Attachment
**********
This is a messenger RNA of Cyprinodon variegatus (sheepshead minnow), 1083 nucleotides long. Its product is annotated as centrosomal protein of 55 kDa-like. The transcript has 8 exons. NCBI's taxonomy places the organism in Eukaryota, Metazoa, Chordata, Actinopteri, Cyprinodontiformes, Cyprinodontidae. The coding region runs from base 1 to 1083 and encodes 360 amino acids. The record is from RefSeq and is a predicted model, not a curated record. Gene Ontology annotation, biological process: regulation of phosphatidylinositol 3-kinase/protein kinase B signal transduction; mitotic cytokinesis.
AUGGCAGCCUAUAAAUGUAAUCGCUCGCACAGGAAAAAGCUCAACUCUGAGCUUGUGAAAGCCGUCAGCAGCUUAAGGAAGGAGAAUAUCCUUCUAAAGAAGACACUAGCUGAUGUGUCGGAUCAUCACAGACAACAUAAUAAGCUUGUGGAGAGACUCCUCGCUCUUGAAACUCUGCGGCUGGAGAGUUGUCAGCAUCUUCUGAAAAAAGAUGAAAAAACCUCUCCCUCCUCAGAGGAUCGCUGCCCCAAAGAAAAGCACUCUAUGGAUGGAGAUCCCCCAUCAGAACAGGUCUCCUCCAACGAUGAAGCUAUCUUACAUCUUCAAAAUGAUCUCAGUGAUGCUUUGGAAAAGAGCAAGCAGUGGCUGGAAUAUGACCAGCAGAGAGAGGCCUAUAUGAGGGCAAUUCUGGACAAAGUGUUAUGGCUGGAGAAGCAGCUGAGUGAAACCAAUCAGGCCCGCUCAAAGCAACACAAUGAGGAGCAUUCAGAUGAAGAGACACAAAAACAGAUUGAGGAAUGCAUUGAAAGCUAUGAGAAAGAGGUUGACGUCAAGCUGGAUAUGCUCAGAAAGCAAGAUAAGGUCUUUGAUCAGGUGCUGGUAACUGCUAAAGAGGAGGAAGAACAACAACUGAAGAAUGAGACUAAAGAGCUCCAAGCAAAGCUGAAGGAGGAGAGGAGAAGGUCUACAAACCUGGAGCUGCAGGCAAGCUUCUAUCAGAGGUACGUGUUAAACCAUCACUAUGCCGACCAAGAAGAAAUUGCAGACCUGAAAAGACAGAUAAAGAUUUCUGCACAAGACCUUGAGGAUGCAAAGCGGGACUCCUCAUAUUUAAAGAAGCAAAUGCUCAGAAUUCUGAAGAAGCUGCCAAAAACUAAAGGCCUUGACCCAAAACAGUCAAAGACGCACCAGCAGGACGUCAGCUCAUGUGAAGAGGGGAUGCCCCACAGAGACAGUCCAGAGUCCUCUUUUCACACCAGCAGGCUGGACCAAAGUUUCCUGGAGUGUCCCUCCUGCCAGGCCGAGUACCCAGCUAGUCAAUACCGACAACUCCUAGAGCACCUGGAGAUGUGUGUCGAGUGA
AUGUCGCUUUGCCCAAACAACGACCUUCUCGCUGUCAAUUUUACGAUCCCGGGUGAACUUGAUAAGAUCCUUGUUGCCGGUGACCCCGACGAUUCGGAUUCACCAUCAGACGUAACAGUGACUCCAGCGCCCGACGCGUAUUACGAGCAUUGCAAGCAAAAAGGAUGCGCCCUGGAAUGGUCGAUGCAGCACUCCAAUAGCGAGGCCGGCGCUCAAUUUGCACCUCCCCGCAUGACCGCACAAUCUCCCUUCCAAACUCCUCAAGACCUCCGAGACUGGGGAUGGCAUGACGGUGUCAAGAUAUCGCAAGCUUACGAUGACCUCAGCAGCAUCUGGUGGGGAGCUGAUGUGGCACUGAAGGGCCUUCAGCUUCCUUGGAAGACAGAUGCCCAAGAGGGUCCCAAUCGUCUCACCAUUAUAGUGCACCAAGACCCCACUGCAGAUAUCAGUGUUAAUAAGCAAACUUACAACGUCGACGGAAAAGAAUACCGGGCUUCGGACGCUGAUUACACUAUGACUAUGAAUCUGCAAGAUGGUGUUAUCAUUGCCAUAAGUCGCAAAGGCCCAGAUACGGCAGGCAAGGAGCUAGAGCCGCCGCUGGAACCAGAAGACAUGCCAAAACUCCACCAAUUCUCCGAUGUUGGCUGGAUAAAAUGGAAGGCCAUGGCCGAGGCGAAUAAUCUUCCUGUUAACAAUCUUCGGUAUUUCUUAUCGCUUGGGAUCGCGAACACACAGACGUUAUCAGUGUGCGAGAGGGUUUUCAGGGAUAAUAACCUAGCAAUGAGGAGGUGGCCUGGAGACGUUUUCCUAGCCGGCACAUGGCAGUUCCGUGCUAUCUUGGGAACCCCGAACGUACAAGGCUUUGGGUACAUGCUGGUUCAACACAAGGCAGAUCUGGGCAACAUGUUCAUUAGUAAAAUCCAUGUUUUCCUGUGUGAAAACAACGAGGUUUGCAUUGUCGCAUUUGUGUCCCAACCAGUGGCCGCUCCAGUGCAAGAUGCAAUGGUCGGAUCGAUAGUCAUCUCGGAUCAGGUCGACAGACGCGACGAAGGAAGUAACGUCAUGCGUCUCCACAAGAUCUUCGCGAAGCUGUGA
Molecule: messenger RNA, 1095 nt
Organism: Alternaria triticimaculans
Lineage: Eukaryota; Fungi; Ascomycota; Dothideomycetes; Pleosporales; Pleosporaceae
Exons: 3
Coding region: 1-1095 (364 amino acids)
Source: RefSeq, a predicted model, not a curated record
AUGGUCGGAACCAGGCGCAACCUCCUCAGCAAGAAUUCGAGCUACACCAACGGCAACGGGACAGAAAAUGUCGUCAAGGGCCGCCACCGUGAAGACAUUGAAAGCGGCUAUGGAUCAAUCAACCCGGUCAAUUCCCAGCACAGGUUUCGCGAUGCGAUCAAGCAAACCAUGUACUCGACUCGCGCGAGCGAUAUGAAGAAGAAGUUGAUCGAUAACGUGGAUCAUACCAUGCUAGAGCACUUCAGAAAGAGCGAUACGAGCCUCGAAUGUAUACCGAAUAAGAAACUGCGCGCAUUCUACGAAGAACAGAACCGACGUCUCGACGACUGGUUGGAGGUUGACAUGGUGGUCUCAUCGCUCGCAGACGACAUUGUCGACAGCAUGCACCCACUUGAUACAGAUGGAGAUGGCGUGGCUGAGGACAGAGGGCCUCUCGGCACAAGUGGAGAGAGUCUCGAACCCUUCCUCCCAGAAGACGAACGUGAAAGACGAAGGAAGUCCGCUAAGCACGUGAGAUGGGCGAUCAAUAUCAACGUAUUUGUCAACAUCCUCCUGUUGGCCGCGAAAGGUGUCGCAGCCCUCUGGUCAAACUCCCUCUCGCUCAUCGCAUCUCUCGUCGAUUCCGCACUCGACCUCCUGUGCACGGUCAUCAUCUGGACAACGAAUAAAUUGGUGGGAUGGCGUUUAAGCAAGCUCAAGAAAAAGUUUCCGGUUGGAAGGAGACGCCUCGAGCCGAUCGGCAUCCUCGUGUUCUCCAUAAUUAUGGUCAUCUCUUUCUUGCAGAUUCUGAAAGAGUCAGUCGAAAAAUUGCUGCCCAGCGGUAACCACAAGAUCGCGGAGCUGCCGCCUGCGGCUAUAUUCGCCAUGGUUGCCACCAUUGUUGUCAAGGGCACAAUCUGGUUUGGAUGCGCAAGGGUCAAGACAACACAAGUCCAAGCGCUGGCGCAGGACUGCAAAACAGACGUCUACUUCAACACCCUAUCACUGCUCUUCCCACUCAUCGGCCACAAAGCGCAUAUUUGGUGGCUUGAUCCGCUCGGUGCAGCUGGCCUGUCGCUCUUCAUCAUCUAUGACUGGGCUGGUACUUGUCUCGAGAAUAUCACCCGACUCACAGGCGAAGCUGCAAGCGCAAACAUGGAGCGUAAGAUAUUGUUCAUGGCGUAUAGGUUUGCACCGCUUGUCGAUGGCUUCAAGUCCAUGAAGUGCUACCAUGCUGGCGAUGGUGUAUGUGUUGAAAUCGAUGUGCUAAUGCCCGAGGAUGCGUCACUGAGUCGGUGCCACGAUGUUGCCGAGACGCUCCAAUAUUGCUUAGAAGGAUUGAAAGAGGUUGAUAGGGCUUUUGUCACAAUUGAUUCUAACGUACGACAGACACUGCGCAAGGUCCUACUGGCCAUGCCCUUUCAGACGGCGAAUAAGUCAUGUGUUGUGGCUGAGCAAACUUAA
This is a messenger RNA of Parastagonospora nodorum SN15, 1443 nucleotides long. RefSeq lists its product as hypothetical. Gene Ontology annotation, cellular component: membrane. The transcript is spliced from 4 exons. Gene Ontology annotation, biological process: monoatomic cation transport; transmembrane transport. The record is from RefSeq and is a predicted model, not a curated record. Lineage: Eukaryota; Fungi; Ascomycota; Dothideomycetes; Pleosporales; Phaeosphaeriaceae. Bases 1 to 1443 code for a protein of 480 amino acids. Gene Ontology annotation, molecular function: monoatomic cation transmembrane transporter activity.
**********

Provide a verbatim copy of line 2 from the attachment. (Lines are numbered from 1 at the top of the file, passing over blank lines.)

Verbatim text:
AUGGCAGCCUAUAAAUGUAAUCGCUCGCACAGGAAAAAGCUCAACUCUGAGCUUGUGAAAGCCGUCAGCAGCUUAAGGAAGGAGAAUAUCCUUCUAAAGAAGACACUAGCUGAUGUGUCGGAUCAUCACAGACAACAUAAUAAGCUUGUGGAGAGACUCCUCGCUCUUGAAACUCUGCGGCUGGAGAGUUGUCAGCAUCUUCUGAAAAAAGAUGAAAAAACCUCUCCCUCCUCAGAGGAUCGCUGCCCCAAAGAAAAGCACUCUAUGGAUGGAGAUCCCCCAUCAGAACAGGUCUCCUCCAACGAUGAAGCUAUCUUACAUCUUCAAAAUGAUCUCAGUGAUGCUUUGGAAAAGAGCAAGCAGUGGCUGGAAUAUGACCAGCAGAGAGAGGCCUAUAUGAGGGCAAUUCUGGACAAAGUGUUAUGGCUGGAGAAGCAGCUGAGUGAAACCAAUCAGGCCCGCUCAAAGCAACACAAUGAGGAGCAUUCAGAUGAAGAGACACAAAAACAGAUUGAGGAAUGCAUUGAAAGCUAUGAGAAAGAGGUUGACGUCAAGCUGGAUAUGCUCAGAAAGCAAGAUAAGGUCUUUGAUCAGGUGCUGGUAACUGCUAAAGAGGAGGAAGAACAACAACUGAAGAAUGAGACUAAAGAGCUCCAAGCAAAGCUGAAGGAGGAGAGGAGAAGGUCUACAAACCUGGAGCUGCAGGCAAGCUUCUAUCAGAGGUACGUGUUAAACCAUCACUAUGCCGACCAAGAAGAAAUUGCAGACCUGAAAAGACAGAUAAAGAUUUCUGCACAAGACCUUGAGGAUGCAAAGCGGGACUCCUCAUAUUUAAAGAAGCAAAUGCUCAGAAUUCUGAAGAAGCUGCCAAAAACUAAAGGCCUUGACCCAAAACAGUCAAAGACGCACCAGCAGGACGUCAGCUCAUGUGAAGAGGGGAUGCCCCACAGAGACAGUCCAGAGUCCUCUUUUCACACCAGCAGGCUGGACCAAAGUUUCCUGGAGUGUCCCUCCUGCCAGGCCGAGUACCCAGCUAGUCAAUACCGACAACUCCUAGAGCACCUGGAGAUGUGUGUCGAGUGA